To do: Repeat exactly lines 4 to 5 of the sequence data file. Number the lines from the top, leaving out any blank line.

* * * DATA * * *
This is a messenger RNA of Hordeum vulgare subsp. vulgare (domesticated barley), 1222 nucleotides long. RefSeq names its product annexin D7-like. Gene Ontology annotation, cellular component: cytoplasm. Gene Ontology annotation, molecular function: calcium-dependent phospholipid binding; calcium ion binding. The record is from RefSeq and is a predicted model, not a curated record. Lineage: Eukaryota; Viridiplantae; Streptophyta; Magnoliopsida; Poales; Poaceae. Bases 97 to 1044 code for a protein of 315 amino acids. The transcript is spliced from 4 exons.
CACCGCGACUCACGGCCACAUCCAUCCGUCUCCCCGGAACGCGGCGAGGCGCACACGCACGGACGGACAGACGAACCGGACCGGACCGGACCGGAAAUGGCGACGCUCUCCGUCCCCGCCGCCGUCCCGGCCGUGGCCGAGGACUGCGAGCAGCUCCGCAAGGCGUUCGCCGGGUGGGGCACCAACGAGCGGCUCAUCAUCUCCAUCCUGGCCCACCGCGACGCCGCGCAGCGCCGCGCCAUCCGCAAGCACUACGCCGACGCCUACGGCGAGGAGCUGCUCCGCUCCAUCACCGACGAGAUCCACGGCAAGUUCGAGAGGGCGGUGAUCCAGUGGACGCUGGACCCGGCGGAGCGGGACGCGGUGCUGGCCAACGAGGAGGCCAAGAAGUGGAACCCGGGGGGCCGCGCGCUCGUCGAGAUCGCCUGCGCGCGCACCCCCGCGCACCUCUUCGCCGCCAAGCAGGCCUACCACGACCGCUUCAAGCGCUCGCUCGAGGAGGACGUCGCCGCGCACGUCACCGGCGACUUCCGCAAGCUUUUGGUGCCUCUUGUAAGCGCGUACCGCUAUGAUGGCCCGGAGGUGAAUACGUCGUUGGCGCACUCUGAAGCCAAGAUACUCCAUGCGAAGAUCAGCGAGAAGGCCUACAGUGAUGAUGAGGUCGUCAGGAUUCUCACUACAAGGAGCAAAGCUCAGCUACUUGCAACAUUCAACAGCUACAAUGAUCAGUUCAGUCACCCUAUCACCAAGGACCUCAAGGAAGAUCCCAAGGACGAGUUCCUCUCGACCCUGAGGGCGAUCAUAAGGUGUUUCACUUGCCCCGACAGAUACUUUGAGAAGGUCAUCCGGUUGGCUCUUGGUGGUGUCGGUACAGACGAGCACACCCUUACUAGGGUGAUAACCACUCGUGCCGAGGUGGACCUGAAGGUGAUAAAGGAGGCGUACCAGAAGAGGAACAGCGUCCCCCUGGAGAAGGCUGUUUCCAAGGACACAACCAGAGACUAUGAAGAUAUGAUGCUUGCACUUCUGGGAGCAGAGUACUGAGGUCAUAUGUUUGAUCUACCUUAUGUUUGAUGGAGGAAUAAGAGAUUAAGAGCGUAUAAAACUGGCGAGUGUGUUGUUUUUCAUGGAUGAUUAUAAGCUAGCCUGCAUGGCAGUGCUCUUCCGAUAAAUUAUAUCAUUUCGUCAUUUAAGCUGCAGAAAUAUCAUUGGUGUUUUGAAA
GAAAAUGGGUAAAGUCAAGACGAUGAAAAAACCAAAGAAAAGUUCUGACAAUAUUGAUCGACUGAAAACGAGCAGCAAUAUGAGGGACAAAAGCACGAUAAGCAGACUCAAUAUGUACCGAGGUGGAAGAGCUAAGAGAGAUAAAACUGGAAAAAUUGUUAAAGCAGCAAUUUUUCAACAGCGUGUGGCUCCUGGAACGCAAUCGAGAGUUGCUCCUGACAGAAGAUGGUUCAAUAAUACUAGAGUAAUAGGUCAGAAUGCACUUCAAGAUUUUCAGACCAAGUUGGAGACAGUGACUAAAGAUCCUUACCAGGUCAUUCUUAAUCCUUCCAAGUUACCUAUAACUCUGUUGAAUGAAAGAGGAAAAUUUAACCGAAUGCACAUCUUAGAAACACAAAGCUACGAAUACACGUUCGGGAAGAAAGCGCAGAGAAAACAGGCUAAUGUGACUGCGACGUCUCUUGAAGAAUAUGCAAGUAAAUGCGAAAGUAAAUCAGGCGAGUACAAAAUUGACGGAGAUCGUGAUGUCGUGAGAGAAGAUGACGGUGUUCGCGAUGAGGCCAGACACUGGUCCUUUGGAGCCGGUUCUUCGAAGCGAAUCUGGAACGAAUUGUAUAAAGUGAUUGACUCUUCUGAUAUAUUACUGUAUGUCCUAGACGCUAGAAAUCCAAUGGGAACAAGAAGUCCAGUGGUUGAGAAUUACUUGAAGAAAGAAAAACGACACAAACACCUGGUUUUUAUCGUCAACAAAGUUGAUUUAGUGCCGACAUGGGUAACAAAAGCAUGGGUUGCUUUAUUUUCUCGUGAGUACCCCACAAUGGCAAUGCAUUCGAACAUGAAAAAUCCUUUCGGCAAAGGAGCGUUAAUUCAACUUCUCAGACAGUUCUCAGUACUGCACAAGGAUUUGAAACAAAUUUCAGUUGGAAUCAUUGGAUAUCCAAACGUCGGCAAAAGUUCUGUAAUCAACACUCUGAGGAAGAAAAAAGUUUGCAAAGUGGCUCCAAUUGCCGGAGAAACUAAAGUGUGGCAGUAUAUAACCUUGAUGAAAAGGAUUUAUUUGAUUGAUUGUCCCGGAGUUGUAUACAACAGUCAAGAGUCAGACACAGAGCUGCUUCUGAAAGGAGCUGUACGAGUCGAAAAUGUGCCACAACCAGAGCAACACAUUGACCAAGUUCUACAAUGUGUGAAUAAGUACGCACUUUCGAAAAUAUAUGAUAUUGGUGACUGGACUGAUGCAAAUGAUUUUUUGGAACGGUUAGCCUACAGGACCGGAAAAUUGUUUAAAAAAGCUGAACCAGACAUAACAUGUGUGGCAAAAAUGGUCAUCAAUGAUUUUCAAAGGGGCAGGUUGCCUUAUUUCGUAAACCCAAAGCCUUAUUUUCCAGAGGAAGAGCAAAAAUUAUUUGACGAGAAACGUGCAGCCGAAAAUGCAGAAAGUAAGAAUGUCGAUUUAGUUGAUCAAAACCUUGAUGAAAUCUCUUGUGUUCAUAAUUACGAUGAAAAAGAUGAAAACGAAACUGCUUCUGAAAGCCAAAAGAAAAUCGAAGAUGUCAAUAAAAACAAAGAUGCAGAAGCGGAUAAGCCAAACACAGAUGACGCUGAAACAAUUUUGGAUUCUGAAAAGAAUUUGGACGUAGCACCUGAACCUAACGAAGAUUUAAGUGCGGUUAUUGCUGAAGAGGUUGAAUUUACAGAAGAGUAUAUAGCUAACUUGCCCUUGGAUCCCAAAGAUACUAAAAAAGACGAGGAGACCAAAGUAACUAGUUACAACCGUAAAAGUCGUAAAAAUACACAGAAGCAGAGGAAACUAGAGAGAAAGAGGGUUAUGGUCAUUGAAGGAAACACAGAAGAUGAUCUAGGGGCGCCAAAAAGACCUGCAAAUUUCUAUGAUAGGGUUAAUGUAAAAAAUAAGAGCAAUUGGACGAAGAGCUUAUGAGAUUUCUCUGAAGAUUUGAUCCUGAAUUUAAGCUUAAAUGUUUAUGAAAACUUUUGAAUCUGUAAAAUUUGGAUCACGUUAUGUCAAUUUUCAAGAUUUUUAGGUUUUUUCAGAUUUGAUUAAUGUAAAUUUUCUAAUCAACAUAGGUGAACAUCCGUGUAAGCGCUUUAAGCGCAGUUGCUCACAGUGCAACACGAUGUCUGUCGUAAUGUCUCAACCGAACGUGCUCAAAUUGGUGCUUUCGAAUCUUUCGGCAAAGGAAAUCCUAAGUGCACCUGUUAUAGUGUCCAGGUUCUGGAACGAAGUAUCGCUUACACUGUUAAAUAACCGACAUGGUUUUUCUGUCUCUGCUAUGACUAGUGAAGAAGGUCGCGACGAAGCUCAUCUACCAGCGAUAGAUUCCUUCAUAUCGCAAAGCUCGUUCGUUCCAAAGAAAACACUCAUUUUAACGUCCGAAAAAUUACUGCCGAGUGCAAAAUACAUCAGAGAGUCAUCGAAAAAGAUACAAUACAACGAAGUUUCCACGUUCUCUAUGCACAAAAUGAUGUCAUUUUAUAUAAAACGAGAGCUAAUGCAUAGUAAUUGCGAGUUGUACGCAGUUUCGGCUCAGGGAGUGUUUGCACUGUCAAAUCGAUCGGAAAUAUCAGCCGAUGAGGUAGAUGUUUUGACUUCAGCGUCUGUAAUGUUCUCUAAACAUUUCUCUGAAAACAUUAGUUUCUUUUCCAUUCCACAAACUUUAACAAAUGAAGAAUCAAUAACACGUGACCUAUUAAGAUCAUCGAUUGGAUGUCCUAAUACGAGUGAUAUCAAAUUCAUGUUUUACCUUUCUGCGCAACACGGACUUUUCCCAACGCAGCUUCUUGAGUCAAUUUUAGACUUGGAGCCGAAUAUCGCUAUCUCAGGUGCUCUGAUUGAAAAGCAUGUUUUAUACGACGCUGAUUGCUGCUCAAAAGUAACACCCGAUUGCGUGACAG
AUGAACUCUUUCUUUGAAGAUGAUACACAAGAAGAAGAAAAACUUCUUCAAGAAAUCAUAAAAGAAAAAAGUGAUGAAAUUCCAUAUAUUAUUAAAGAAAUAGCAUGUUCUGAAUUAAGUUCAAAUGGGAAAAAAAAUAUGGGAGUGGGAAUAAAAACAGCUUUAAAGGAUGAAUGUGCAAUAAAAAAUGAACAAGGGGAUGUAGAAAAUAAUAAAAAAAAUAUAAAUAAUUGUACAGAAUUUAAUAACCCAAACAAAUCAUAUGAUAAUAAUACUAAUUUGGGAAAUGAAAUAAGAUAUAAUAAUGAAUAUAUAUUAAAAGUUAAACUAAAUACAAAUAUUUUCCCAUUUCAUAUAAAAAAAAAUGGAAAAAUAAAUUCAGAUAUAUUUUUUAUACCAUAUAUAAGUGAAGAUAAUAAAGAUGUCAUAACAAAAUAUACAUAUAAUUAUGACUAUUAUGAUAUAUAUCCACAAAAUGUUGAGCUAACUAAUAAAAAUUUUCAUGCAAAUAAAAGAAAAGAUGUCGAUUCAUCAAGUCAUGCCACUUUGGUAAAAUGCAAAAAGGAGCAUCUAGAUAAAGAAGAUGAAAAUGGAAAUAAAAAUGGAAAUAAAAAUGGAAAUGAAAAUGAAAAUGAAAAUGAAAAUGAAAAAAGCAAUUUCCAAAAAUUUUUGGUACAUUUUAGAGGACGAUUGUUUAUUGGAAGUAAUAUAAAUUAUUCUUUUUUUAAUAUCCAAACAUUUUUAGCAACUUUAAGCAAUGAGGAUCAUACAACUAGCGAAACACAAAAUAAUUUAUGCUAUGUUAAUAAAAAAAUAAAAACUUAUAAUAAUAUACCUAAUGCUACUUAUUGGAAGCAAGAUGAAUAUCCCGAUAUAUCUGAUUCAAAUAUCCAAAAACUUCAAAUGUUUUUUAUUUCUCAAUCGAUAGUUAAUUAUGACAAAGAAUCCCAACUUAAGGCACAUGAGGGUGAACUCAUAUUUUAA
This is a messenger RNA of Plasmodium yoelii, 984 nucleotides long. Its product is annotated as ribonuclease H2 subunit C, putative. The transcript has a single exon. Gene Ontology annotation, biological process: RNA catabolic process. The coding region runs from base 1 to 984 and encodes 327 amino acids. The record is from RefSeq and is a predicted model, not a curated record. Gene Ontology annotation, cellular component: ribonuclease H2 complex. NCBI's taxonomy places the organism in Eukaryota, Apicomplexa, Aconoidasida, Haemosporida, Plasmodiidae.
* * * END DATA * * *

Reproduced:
AUGAACUCUUUCUUUGAAGAUGAUACACAAGAAGAAGAAAAACUUCUUCAAGAAAUCAUAAAAGAAAAAAGUGAUGAAAUUCCAUAUAUUAUUAAAGAAAUAGCAUGUUCUGAAUUAAGUUCAAAUGGGAAAAAAAAUAUGGGAGUGGGAAUAAAAACAGCUUUAAAGGAUGAAUGUGCAAUAAAAAAUGAACAAGGGGAUGUAGAAAAUAAUAAAAAAAAUAUAAAUAAUUGUACAGAAUUUAAUAACCCAAACAAAUCAUAUGAUAAUAAUACUAAUUUGGGAAAUGAAAUAAGAUAUAAUAAUGAAUAUAUAUUAAAAGUUAAACUAAAUACAAAUAUUUUCCCAUUUCAUAUAAAAAAAAAUGGAAAAAUAAAUUCAGAUAUAUUUUUUAUACCAUAUAUAAGUGAAGAUAAUAAAGAUGUCAUAACAAAAUAUACAUAUAAUUAUGACUAUUAUGAUAUAUAUCCACAAAAUGUUGAGCUAACUAAUAAAAAUUUUCAUGCAAAUAAAAGAAAAGAUGUCGAUUCAUCAAGUCAUGCCACUUUGGUAAAAUGCAAAAAGGAGCAUCUAGAUAAAGAAGAUGAAAAUGGAAAUAAAAAUGGAAAUAAAAAUGGAAAUGAAAAUGAAAAUGAAAAUGAAAAUGAAAAAAGCAAUUUCCAAAAAUUUUUGGUACAUUUUAGAGGACGAUUGUUUAUUGGAAGUAAUAUAAAUUAUUCUUUUUUUAAUAUCCAAACAUUUUUAGCAACUUUAAGCAAUGAGGAUCAUACAACUAGCGAAACACAAAAUAAUUUAUGCUAUGUUAAUAAAAAAAUAAAAACUUAUAAUAAUAUACCUAAUGCUACUUAUUGGAAGCAAGAUGAAUAUCCCGAUAUAUCUGAUUCAAAUAUCCAAAAACUUCAAAUGUUUUUUAUUUCUCAAUCGAUAGUUAAUUAUGACAAAGAAUCCCAACUUAAGGCACAUGAGGGUGAACUCAUAUUUUAA
This is a messenger RNA of Plasmodium yoelii, 984 nucleotides long. Its product is annotated as ribonuclease H2 subunit C, putative. The transcript has a single exon. Gene Ontology annotation, biological process: RNA catabolic process. The coding region runs from base 1 to 984 and encodes 327 amino acids. The record is from RefSeq and is a predicted model, not a curated record. Gene Ontology annotation, cellular component: ribonuclease H2 complex. NCBI's taxonomy places the organism in Eukaryota, Apicomplexa, Aconoidasida, Haemosporida, Plasmodiidae.